The whole reason she was still living there was simply that no one had arrived to tear it down yet—and with an increasing amount of doubt, she still hoped no one ever would. But no one had tried to so much as break in for three years, now. So maybe there was no one left out there to care.

Which led Penny to her next problem—she couldn’t even trust herself to separate fear from fantasy anymore. Was she really such a ghost of her former self that she was standing here in the dark, dreaming up a murderer just so she wouldn’t have to feel alone?

She flipped the porch light on and by the sliver of light that reached inside the foyer, she donned a hockey mask, goalie pads and an oven mitt on her right hand—her standard getting-the-mail ensemble, designed to hurt her slightly-less-maybe in the case of an explosion.

She poked her head out the door and waited, one last stand to entice some lurking threat out of the dark while she was still basically protected. Nothing. With her un-mitted hand, she picked up the axe by the door and walked outside.

There is a kind of quiet you can only pretend to understand until you are standing on a wide, empty plain that was just a few years ago filled with thousands of people. Penny closed her eyes and let the solitude soak in—there were years she would have killed for this kind of quiet. Then she folded her free arm across her stomach to steel herself from the wind and made her way out to the mailbox.

Standing behind it, she used the tip of the axe to push it open. It took more heft than she was anticipating—they made axe-wielding look so easy on TV—but the mailbox fell open without any drama. She took the final step to the mouth of it and shoved her mitted hand in, patting it down first to ascertain the general feel the package. She heard the crinkle of thin plastic, and felt something not quite solid beneath it.

Pulling it out now with a complete lack of caution, she readily confirmed that it was, in fact, a loaf of bread.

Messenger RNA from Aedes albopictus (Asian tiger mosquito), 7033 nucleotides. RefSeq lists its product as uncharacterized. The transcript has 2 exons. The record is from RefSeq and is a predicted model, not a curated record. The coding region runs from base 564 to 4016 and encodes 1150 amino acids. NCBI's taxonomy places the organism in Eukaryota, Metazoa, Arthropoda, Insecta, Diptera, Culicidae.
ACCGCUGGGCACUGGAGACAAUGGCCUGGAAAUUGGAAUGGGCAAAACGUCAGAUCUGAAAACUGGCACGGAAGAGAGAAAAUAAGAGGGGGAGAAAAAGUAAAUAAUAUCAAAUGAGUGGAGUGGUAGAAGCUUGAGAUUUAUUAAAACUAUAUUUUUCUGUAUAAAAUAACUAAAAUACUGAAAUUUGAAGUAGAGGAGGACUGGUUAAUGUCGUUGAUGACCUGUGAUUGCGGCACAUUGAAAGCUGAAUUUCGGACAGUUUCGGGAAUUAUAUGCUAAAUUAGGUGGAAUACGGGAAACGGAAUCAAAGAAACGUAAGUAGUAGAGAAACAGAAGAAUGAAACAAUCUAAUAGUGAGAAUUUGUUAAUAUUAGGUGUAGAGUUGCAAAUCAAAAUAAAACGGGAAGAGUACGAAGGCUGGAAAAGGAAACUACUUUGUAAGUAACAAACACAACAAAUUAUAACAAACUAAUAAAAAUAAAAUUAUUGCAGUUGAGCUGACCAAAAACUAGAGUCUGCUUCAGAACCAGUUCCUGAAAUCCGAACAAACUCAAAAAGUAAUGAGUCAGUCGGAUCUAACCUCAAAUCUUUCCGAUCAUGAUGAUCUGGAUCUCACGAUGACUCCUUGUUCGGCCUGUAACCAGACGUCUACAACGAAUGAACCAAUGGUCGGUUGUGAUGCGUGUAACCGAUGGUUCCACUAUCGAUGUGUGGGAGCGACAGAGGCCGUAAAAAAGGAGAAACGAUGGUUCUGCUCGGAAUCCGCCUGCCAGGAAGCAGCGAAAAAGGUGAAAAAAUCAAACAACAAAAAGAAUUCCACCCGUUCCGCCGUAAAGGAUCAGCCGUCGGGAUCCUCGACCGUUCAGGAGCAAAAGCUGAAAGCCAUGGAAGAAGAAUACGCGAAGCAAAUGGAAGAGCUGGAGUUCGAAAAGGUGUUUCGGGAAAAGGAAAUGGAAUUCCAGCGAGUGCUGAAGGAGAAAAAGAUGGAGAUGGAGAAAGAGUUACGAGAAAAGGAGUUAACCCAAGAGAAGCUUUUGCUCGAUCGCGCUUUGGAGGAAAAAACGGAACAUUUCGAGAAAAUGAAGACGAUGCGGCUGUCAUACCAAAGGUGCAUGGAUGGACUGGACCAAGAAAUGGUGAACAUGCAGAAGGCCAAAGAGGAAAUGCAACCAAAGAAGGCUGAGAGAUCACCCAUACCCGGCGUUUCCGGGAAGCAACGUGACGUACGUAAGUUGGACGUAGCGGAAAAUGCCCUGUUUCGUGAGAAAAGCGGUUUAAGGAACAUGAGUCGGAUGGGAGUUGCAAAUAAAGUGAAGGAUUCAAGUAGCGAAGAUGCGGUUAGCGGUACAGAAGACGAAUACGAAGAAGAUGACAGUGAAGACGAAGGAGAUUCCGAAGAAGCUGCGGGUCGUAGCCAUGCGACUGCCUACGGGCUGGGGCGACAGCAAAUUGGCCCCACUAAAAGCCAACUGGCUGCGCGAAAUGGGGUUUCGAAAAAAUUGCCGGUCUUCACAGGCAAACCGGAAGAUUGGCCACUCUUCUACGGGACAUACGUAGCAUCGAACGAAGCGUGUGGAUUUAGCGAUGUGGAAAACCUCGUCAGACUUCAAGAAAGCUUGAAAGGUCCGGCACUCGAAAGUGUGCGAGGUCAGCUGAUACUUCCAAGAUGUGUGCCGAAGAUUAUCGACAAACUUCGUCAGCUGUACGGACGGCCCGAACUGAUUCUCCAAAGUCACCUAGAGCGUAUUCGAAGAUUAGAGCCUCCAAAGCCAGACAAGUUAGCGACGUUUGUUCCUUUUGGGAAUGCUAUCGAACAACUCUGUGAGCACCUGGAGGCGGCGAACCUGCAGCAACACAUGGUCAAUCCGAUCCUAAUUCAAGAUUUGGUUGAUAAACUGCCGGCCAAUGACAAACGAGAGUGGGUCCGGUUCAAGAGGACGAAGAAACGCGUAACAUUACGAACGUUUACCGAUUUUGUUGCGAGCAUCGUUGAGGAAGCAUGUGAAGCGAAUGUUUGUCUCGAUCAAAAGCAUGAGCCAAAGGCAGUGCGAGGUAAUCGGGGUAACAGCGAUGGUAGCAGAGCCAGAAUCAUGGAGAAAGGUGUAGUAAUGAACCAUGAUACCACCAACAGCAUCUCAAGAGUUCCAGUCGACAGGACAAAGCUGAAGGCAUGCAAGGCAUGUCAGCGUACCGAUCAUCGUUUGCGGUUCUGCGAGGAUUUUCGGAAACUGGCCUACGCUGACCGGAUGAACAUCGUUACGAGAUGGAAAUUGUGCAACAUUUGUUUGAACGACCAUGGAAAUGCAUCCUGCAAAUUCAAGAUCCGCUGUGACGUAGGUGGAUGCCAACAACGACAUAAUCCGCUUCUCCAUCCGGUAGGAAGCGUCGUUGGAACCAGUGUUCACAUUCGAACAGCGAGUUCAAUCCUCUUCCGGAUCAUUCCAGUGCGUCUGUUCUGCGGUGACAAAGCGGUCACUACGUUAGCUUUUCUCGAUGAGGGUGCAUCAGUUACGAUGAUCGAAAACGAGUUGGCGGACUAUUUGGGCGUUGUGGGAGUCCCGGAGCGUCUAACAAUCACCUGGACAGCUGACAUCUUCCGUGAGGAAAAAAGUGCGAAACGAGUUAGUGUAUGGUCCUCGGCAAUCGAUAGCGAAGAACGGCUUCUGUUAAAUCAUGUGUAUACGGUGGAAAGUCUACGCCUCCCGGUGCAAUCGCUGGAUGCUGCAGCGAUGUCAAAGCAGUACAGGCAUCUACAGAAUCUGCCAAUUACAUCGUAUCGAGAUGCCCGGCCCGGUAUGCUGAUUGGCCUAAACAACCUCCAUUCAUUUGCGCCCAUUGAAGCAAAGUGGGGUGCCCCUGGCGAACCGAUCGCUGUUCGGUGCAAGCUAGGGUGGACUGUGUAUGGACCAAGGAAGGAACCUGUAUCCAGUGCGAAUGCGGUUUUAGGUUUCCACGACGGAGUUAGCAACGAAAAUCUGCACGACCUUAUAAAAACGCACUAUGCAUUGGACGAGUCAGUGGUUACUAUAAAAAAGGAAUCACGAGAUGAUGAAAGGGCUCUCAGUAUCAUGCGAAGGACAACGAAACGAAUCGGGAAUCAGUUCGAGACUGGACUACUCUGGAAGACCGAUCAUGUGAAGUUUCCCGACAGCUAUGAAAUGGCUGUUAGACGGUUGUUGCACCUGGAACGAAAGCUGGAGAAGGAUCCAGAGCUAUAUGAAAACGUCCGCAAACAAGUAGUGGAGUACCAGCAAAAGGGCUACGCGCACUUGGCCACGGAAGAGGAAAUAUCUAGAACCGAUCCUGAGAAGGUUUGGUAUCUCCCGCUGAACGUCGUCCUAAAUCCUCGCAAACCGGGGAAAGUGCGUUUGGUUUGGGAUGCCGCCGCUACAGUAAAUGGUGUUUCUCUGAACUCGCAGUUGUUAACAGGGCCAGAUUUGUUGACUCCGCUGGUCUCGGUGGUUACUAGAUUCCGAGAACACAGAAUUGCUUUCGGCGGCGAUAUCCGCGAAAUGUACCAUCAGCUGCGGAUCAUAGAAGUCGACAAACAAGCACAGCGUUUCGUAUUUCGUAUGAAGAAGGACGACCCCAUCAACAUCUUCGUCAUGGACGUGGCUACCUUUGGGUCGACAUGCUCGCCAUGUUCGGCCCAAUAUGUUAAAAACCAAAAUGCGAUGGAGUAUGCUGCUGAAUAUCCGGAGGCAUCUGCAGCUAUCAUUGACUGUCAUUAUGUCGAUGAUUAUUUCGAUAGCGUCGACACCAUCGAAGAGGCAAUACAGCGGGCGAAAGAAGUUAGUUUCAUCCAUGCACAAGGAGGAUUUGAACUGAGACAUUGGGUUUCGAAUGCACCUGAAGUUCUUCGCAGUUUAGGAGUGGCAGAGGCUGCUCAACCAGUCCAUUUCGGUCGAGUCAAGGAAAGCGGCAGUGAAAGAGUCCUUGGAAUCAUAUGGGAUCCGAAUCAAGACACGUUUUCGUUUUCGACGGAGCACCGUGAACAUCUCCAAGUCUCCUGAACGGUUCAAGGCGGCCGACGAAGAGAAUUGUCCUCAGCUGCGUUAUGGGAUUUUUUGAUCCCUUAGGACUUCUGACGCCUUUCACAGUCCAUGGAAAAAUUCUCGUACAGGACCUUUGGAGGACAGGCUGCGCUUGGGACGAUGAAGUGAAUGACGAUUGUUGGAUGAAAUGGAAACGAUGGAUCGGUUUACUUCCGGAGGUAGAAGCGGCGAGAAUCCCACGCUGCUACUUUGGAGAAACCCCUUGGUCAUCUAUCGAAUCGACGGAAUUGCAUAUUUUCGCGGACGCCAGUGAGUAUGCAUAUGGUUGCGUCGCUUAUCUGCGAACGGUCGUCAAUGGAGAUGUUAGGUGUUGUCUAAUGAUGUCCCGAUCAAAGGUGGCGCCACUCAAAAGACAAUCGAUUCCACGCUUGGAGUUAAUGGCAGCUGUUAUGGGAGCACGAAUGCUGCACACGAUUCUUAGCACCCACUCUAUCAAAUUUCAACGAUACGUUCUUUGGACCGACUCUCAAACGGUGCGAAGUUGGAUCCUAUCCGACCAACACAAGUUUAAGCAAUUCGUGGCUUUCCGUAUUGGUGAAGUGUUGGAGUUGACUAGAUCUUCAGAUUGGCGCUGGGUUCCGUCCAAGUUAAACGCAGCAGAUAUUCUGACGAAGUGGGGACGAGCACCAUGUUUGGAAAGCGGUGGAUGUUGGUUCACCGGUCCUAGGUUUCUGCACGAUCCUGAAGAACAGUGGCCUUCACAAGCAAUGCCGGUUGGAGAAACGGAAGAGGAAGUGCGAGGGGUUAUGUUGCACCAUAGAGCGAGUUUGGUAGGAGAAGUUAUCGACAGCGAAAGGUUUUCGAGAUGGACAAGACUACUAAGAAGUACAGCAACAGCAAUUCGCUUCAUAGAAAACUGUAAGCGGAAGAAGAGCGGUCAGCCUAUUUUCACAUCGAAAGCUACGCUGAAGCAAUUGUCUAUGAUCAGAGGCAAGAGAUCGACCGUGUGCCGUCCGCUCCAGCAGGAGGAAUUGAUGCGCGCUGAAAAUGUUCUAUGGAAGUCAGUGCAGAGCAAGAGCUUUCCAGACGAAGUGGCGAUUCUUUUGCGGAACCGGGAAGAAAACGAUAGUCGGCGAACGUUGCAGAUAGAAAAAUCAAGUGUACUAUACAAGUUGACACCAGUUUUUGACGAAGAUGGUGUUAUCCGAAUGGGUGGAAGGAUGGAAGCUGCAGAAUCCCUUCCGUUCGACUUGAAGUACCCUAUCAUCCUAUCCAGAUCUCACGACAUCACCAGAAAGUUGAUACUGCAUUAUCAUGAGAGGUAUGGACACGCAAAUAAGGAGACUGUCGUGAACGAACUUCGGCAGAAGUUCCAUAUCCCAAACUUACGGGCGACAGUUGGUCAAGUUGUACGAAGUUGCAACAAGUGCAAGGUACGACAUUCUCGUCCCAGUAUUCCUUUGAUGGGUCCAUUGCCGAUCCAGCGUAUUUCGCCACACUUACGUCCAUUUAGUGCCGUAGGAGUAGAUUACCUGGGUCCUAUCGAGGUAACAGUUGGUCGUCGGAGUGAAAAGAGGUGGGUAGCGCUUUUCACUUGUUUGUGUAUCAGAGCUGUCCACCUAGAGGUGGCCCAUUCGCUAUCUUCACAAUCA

It could be poisoned, a voice whispered into her ear from the wrong side of her ear. She had been living alone for too long, she thought, and had started to wonder if multiple personality disorder ever developed merely from solitude. Drink it in, she reminded herself, and took another, deliberate breath of the night air. You get what you want once you don’t want it anymore.

In addition to the crispness of the air, she smelled warm, fresh bread.

This was fresh bread! Poison be damned, she smiled victoriously and sailed back inside, buoyant for a moment and altogether uncareful. Once inside, however, her caution resumed. It had become an automatic response over the years to the cloistered interior of her sad, ancestral home. A place of both safety and anxiety. She closed the door behind her, locked it, and set down the axe.

She pressed the loaf of bread against her cheek. It was still slightly warm and thereby the closest she had come to real human interaction in weeks. Her heart sank in loneliness.

She turned back, as if she still might still catch a glimpse of the stranger who had delivered this to her. Who would have brought her bread? Lew would have just brought it making the rounds and charged her for it. The world still wasn’t so desperate that a loaf of bread in the dark of night was now some sort of romantic gesture…was it? Or had it been Jimmy’s rations delivery, after all?

That thought made her stop in her tracks. It actually really, really pissed her off.

One measly loaf of bread?

She estimated the location of refrigerator in the dark and slammed her fist into it. Some days, making her own hand throb in pain was the closest she felt to being alive. She felt for the match drawer in the dark—once crammed with matchboxes on some past, blessed day of plenty, there were now only three left. She opened one, and broke the first match she tried to ignite. She allowed herself two per day, which had so far amounted to just one night of total darkness in ten years.

To continue reading Chapter 2, click here.

The Last House in Levittown, Chapter 2.2

capecod1-1947-fmTo start reading “The Last House in Levittown” from the beginning, click here.

To see a chronological list of all excerpts published so far, click here.

 

Chapter 2 (cont.)

Penny rose from her chair and lifted the baseball bat, giving the barrel a few shallow spins in the air. A pair of headlights grazed the living room through the venetian blinds and glinted off the steel blade of the axe resting next to the front door.